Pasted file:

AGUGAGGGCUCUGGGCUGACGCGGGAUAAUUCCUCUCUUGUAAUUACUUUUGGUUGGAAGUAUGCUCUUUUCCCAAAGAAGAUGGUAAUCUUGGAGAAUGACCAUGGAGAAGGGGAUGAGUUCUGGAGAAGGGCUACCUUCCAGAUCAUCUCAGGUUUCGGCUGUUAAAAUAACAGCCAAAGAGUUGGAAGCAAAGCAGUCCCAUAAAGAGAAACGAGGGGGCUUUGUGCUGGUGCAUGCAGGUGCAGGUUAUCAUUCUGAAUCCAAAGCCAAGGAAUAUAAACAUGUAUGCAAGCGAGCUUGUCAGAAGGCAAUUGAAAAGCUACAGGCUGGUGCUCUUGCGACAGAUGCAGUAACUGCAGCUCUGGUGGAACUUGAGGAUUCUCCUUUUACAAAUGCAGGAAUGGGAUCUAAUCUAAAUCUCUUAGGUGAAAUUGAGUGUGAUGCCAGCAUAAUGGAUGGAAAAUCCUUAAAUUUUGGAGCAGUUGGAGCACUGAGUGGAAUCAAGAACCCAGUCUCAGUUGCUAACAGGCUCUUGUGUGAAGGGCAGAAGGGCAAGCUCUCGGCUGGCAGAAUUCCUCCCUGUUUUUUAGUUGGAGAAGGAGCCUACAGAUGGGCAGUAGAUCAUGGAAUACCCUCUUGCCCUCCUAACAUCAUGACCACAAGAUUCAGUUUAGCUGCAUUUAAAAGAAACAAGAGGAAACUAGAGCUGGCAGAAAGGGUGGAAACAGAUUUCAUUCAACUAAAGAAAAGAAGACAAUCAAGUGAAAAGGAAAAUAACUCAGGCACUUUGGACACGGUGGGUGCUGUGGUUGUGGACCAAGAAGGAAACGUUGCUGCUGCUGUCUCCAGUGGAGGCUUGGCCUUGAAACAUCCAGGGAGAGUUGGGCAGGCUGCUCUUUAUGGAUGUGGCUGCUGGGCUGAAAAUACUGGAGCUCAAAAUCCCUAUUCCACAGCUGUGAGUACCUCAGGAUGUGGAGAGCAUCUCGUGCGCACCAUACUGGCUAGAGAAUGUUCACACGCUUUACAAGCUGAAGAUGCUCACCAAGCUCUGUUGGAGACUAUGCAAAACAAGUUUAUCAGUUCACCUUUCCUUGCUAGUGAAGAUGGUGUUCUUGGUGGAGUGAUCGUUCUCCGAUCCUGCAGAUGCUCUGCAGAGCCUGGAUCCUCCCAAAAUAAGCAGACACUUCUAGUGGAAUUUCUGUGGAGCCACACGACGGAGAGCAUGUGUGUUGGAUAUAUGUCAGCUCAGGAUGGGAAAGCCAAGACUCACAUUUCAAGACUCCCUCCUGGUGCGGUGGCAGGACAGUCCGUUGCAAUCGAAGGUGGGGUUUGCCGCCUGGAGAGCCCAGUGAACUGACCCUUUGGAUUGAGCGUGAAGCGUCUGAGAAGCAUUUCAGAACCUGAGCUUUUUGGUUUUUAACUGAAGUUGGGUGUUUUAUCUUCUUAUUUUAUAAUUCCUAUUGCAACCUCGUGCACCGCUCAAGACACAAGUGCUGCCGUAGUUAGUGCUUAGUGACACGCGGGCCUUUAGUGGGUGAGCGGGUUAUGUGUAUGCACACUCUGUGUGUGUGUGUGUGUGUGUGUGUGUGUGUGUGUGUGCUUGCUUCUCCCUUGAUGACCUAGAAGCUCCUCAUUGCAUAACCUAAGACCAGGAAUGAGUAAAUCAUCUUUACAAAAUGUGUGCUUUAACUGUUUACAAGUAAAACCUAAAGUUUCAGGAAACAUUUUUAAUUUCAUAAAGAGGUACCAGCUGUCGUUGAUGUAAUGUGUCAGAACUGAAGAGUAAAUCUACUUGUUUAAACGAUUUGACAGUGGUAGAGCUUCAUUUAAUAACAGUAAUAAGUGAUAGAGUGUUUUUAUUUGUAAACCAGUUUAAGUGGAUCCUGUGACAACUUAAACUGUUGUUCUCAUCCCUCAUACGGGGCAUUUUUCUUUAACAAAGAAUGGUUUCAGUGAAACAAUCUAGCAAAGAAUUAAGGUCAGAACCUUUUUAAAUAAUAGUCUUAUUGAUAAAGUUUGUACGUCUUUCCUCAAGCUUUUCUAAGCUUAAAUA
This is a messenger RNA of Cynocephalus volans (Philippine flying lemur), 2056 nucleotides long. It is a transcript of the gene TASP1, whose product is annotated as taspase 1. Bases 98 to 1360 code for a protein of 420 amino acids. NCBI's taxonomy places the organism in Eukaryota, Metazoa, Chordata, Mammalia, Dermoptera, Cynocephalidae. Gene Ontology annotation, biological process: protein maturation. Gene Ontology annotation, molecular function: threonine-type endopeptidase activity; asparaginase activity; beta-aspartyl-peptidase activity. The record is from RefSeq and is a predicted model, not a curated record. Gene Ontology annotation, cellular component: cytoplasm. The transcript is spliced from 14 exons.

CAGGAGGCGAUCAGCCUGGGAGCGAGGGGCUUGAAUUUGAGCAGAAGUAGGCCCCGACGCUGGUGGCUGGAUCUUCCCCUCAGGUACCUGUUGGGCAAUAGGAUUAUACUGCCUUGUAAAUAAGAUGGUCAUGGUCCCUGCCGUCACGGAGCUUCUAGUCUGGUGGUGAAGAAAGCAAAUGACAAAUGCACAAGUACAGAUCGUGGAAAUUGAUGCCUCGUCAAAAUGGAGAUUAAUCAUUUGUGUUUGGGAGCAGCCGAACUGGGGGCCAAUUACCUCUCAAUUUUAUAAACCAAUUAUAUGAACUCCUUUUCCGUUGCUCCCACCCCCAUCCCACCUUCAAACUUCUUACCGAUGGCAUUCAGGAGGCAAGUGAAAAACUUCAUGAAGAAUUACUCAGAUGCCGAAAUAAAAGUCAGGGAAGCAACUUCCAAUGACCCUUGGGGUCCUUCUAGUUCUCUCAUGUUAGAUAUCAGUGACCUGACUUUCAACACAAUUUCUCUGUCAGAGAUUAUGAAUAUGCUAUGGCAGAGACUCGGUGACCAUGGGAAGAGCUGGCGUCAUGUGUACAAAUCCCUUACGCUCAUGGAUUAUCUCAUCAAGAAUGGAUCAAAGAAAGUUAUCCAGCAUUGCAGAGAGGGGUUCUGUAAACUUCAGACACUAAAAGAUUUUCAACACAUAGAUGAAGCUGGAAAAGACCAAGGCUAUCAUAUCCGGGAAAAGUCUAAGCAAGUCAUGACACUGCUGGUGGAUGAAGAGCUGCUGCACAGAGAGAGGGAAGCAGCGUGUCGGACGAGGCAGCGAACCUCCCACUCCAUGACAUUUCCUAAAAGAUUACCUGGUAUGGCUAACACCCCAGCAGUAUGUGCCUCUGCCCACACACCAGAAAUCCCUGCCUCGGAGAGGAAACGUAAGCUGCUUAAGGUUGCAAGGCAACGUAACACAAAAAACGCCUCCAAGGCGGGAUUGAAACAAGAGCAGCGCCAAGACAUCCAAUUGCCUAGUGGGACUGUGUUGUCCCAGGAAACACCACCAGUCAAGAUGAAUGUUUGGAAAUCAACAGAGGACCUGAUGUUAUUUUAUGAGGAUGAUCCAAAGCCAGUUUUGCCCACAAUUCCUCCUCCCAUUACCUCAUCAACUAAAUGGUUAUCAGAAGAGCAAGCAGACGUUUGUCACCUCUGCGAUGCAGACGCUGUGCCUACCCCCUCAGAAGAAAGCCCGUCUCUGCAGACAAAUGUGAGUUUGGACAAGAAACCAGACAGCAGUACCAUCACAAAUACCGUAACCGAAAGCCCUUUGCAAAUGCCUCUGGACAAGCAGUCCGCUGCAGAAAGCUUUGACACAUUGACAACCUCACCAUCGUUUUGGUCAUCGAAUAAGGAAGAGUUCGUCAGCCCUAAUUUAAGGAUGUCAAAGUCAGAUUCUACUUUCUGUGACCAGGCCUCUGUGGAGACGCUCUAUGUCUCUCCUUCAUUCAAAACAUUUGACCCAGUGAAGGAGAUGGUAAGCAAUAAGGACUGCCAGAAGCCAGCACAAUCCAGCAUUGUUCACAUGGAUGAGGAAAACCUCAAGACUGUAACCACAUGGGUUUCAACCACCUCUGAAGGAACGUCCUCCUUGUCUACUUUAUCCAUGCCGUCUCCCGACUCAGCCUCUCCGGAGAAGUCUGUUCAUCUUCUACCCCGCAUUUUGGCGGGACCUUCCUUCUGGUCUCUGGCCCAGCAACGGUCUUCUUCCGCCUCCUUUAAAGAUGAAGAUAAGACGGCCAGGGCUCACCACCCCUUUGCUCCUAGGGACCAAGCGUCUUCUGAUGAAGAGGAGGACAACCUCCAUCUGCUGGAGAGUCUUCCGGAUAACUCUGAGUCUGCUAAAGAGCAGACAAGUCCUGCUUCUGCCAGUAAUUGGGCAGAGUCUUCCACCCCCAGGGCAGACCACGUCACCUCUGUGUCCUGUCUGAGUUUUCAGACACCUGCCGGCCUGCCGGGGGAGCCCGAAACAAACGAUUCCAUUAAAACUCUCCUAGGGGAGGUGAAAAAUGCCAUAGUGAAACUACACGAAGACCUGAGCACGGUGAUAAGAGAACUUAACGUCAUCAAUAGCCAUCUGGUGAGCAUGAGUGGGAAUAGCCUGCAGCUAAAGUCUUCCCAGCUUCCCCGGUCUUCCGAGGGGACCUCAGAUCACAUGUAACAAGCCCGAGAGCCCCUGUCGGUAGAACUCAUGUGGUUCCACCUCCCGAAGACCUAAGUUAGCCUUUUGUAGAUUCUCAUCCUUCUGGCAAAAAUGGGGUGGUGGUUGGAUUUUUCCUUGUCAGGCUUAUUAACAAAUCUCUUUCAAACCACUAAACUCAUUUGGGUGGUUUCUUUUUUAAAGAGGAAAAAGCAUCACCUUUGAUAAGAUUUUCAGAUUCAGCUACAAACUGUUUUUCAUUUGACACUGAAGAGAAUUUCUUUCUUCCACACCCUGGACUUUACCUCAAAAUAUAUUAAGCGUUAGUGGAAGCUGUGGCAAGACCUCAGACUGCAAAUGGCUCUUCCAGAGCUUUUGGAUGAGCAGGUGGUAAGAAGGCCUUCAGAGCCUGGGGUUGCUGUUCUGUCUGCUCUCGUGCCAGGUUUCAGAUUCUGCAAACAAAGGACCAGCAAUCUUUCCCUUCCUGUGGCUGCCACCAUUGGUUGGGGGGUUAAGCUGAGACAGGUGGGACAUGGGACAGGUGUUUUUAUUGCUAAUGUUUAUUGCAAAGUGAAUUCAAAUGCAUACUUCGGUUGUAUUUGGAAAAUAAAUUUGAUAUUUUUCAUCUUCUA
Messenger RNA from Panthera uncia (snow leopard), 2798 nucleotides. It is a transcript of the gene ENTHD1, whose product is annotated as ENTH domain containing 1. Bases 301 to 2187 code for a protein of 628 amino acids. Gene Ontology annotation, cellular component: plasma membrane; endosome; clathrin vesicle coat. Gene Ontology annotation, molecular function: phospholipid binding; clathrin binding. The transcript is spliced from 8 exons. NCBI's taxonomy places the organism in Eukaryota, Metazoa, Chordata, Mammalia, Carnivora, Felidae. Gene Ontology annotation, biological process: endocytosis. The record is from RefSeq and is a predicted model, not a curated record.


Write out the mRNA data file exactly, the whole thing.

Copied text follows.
AGUGAGGGCUCUGGGCUGACGCGGGAUAAUUCCUCUCUUGUAAUUACUUUUGGUUGGAAGUAUGCUCUUUUCCCAAAGAAGAUGGUAAUCUUGGAGAAUGACCAUGGAGAAGGGGAUGAGUUCUGGAGAAGGGCUACCUUCCAGAUCAUCUCAGGUUUCGGCUGUUAAAAUAACAGCCAAAGAGUUGGAAGCAAAGCAGUCCCAUAAAGAGAAACGAGGGGGCUUUGUGCUGGUGCAUGCAGGUGCAGGUUAUCAUUCUGAAUCCAAAGCCAAGGAAUAUAAACAUGUAUGCAAGCGAGCUUGUCAGAAGGCAAUUGAAAAGCUACAGGCUGGUGCUCUUGCGACAGAUGCAGUAACUGCAGCUCUGGUGGAACUUGAGGAUUCUCCUUUUACAAAUGCAGGAAUGGGAUCUAAUCUAAAUCUCUUAGGUGAAAUUGAGUGUGAUGCCAGCAUAAUGGAUGGAAAAUCCUUAAAUUUUGGAGCAGUUGGAGCACUGAGUGGAAUCAAGAACCCAGUCUCAGUUGCUAACAGGCUCUUGUGUGAAGGGCAGAAGGGCAAGCUCUCGGCUGGCAGAAUUCCUCCCUGUUUUUUAGUUGGAGAAGGAGCCUACAGAUGGGCAGUAGAUCAUGGAAUACCCUCUUGCCCUCCUAACAUCAUGACCACAAGAUUCAGUUUAGCUGCAUUUAAAAGAAACAAGAGGAAACUAGAGCUGGCAGAAAGGGUGGAAACAGAUUUCAUUCAACUAAAGAAAAGAAGACAAUCAAGUGAAAAGGAAAAUAACUCAGGCACUUUGGACACGGUGGGUGCUGUGGUUGUGGACCAAGAAGGAAACGUUGCUGCUGCUGUCUCCAGUGGAGGCUUGGCCUUGAAACAUCCAGGGAGAGUUGGGCAGGCUGCUCUUUAUGGAUGUGGCUGCUGGGCUGAAAAUACUGGAGCUCAAAAUCCCUAUUCCACAGCUGUGAGUACCUCAGGAUGUGGAGAGCAUCUCGUGCGCACCAUACUGGCUAGAGAAUGUUCACACGCUUUACAAGCUGAAGAUGCUCACCAAGCUCUGUUGGAGACUAUGCAAAACAAGUUUAUCAGUUCACCUUUCCUUGCUAGUGAAGAUGGUGUUCUUGGUGGAGUGAUCGUUCUCCGAUCCUGCAGAUGCUCUGCAGAGCCUGGAUCCUCCCAAAAUAAGCAGACACUUCUAGUGGAAUUUCUGUGGAGCCACACGACGGAGAGCAUGUGUGUUGGAUAUAUGUCAGCUCAGGAUGGGAAAGCCAAGACUCACAUUUCAAGACUCCCUCCUGGUGCGGUGGCAGGACAGUCCGUUGCAAUCGAAGGUGGGGUUUGCCGCCUGGAGAGCCCAGUGAACUGACCCUUUGGAUUGAGCGUGAAGCGUCUGAGAAGCAUUUCAGAACCUGAGCUUUUUGGUUUUUAACUGAAGUUGGGUGUUUUAUCUUCUUAUUUUAUAAUUCCUAUUGCAACCUCGUGCACCGCUCAAGACACAAGUGCUGCCGUAGUUAGUGCUUAGUGACACGCGGGCCUUUAGUGGGUGAGCGGGUUAUGUGUAUGCACACUCUGUGUGUGUGUGUGUGUGUGUGUGUGUGUGUGUGUGUGCUUGCUUCUCCCUUGAUGACCUAGAAGCUCCUCAUUGCAUAACCUAAGACCAGGAAUGAGUAAAUCAUCUUUACAAAAUGUGUGCUUUAACUGUUUACAAGUAAAACCUAAAGUUUCAGGAAACAUUUUUAAUUUCAUAAAGAGGUACCAGCUGUCGUUGAUGUAAUGUGUCAGAACUGAAGAGUAAAUCUACUUGUUUAAACGAUUUGACAGUGGUAGAGCUUCAUUUAAUAACAGUAAUAAGUGAUAGAGUGUUUUUAUUUGUAAACCAGUUUAAGUGGAUCCUGUGACAACUUAAACUGUUGUUCUCAUCCCUCAUACGGGGCAUUUUUCUUUAACAAAGAAUGGUUUCAGUGAAACAAUCUAGCAAAGAAUUAAGGUCAGAACCUUUUUAAAUAAUAGUCUUAUUGAUAAAGUUUGUACGUCUUUCCUCAAGCUUUUCUAAGCUUAAAUA
This is a messenger RNA of Cynocephalus volans (Philippine flying lemur), 2056 nucleotides long. It is a transcript of the gene TASP1, whose product is annotated as taspase 1. Bases 98 to 1360 code for a protein of 420 amino acids. NCBI's taxonomy places the organism in Eukaryota, Metazoa, Chordata, Mammalia, Dermoptera, Cynocephalidae. Gene Ontology annotation, biological process: protein maturation. Gene Ontology annotation, molecular function: threonine-type endopeptidase activity; asparaginase activity; beta-aspartyl-peptidase activity. The record is from RefSeq and is a predicted model, not a curated record. Gene Ontology annotation, cellular component: cytoplasm. The transcript is spliced from 14 exons.

CAGGAGGCGAUCAGCCUGGGAGCGAGGGGCUUGAAUUUGAGCAGAAGUAGGCCCCGACGCUGGUGGCUGGAUCUUCCCCUCAGGUACCUGUUGGGCAAUAGGAUUAUACUGCCUUGUAAAUAAGAUGGUCAUGGUCCCUGCCGUCACGGAGCUUCUAGUCUGGUGGUGAAGAAAGCAAAUGACAAAUGCACAAGUACAGAUCGUGGAAAUUGAUGCCUCGUCAAAAUGGAGAUUAAUCAUUUGUGUUUGGGAGCAGCCGAACUGGGGGCCAAUUACCUCUCAAUUUUAUAAACCAAUUAUAUGAACUCCUUUUCCGUUGCUCCCACCCCCAUCCCACCUUCAAACUUCUUACCGAUGGCAUUCAGGAGGCAAGUGAAAAACUUCAUGAAGAAUUACUCAGAUGCCGAAAUAAAAGUCAGGGAAGCAACUUCCAAUGACCCUUGGGGUCCUUCUAGUUCUCUCAUGUUAGAUAUCAGUGACCUGACUUUCAACACAAUUUCUCUGUCAGAGAUUAUGAAUAUGCUAUGGCAGAGACUCGGUGACCAUGGGAAGAGCUGGCGUCAUGUGUACAAAUCCCUUACGCUCAUGGAUUAUCUCAUCAAGAAUGGAUCAAAGAAAGUUAUCCAGCAUUGCAGAGAGGGGUUCUGUAAACUUCAGACACUAAAAGAUUUUCAACACAUAGAUGAAGCUGGAAAAGACCAAGGCUAUCAUAUCCGGGAAAAGUCUAAGCAAGUCAUGACACUGCUGGUGGAUGAAGAGCUGCUGCACAGAGAGAGGGAAGCAGCGUGUCGGACGAGGCAGCGAACCUCCCACUCCAUGACAUUUCCUAAAAGAUUACCUGGUAUGGCUAACACCCCAGCAGUAUGUGCCUCUGCCCACACACCAGAAAUCCCUGCCUCGGAGAGGAAACGUAAGCUGCUUAAGGUUGCAAGGCAACGUAACACAAAAAACGCCUCCAAGGCGGGAUUGAAACAAGAGCAGCGCCAAGACAUCCAAUUGCCUAGUGGGACUGUGUUGUCCCAGGAAACACCACCAGUCAAGAUGAAUGUUUGGAAAUCAACAGAGGACCUGAUGUUAUUUUAUGAGGAUGAUCCAAAGCCAGUUUUGCCCACAAUUCCUCCUCCCAUUACCUCAUCAACUAAAUGGUUAUCAGAAGAGCAAGCAGACGUUUGUCACCUCUGCGAUGCAGACGCUGUGCCUACCCCCUCAGAAGAAAGCCCGUCUCUGCAGACAAAUGUGAGUUUGGACAAGAAACCAGACAGCAGUACCAUCACAAAUACCGUAACCGAAAGCCCUUUGCAAAUGCCUCUGGACAAGCAGUCCGCUGCAGAAAGCUUUGACACAUUGACAACCUCACCAUCGUUUUGGUCAUCGAAUAAGGAAGAGUUCGUCAGCCCUAAUUUAAGGAUGUCAAAGUCAGAUUCUACUUUCUGUGACCAGGCCUCUGUGGAGACGCUCUAUGUCUCUCCUUCAUUCAAAACAUUUGACCCAGUGAAGGAGAUGGUAAGCAAUAAGGACUGCCAGAAGCCAGCACAAUCCAGCAUUGUUCACAUGGAUGAGGAAAACCUCAAGACUGUAACCACAUGGGUUUCAACCACCUCUGAAGGAACGUCCUCCUUGUCUACUUUAUCCAUGCCGUCUCCCGACUCAGCCUCUCCGGAGAAGUCUGUUCAUCUUCUACCCCGCAUUUUGGCGGGACCUUCCUUCUGGUCUCUGGCCCAGCAACGGUCUUCUUCCGCCUCCUUUAAAGAUGAAGAUAAGACGGCCAGGGCUCACCACCCCUUUGCUCCUAGGGACCAAGCGUCUUCUGAUGAAGAGGAGGACAACCUCCAUCUGCUGGAGAGUCUUCCGGAUAACUCUGAGUCUGCUAAAGAGCAGACAAGUCCUGCUUCUGCCAGUAAUUGGGCAGAGUCUUCCACCCCCAGGGCAGACCACGUCACCUCUGUGUCCUGUCUGAGUUUUCAGACACCUGCCGGCCUGCCGGGGGAGCCCGAAACAAACGAUUCCAUUAAAACUCUCCUAGGGGAGGUGAAAAAUGCCAUAGUGAAACUACACGAAGACCUGAGCACGGUGAUAAGAGAACUUAACGUCAUCAAUAGCCAUCUGGUGAGCAUGAGUGGGAAUAGCCUGCAGCUAAAGUCUUCCCAGCUUCCCCGGUCUUCCGAGGGGACCUCAGAUCACAUGUAACAAGCCCGAGAGCCCCUGUCGGUAGAACUCAUGUGGUUCCACCUCCCGAAGACCUAAGUUAGCCUUUUGUAGAUUCUCAUCCUUCUGGCAAAAAUGGGGUGGUGGUUGGAUUUUUCCUUGUCAGGCUUAUUAACAAAUCUCUUUCAAACCACUAAACUCAUUUGGGUGGUUUCUUUUUUAAAGAGGAAAAAGCAUCACCUUUGAUAAGAUUUUCAGAUUCAGCUACAAACUGUUUUUCAUUUGACACUGAAGAGAAUUUCUUUCUUCCACACCCUGGACUUUACCUCAAAAUAUAUUAAGCGUUAGUGGAAGCUGUGGCAAGACCUCAGACUGCAAAUGGCUCUUCCAGAGCUUUUGGAUGAGCAGGUGGUAAGAAGGCCUUCAGAGCCUGGGGUUGCUGUUCUGUCUGCUCUCGUGCCAGGUUUCAGAUUCUGCAAACAAAGGACCAGCAAUCUUUCCCUUCCUGUGGCUGCCACCAUUGGUUGGGGGGUUAAGCUGAGACAGGUGGGACAUGGGACAGGUGUUUUUAUUGCUAAUGUUUAUUGCAAAGUGAAUUCAAAUGCAUACUUCGGUUGUAUUUGGAAAAUAAAUUUGAUAUUUUUCAUCUUCUA
Messenger RNA from Panthera uncia (snow leopard), 2798 nucleotides. It is a transcript of the gene ENTHD1, whose product is annotated as ENTH domain containing 1. Bases 301 to 2187 code for a protein of 628 amino acids. Gene Ontology annotation, cellular component: plasma membrane; endosome; clathrin vesicle coat. Gene Ontology annotation, molecular function: phospholipid binding; clathrin binding. The transcript is spliced from 8 exons. NCBI's taxonomy places the organism in Eukaryota, Metazoa, Chordata, Mammalia, Carnivora, Felidae. Gene Ontology annotation, biological process: endocytosis. The record is from RefSeq and is a predicted model, not a curated record.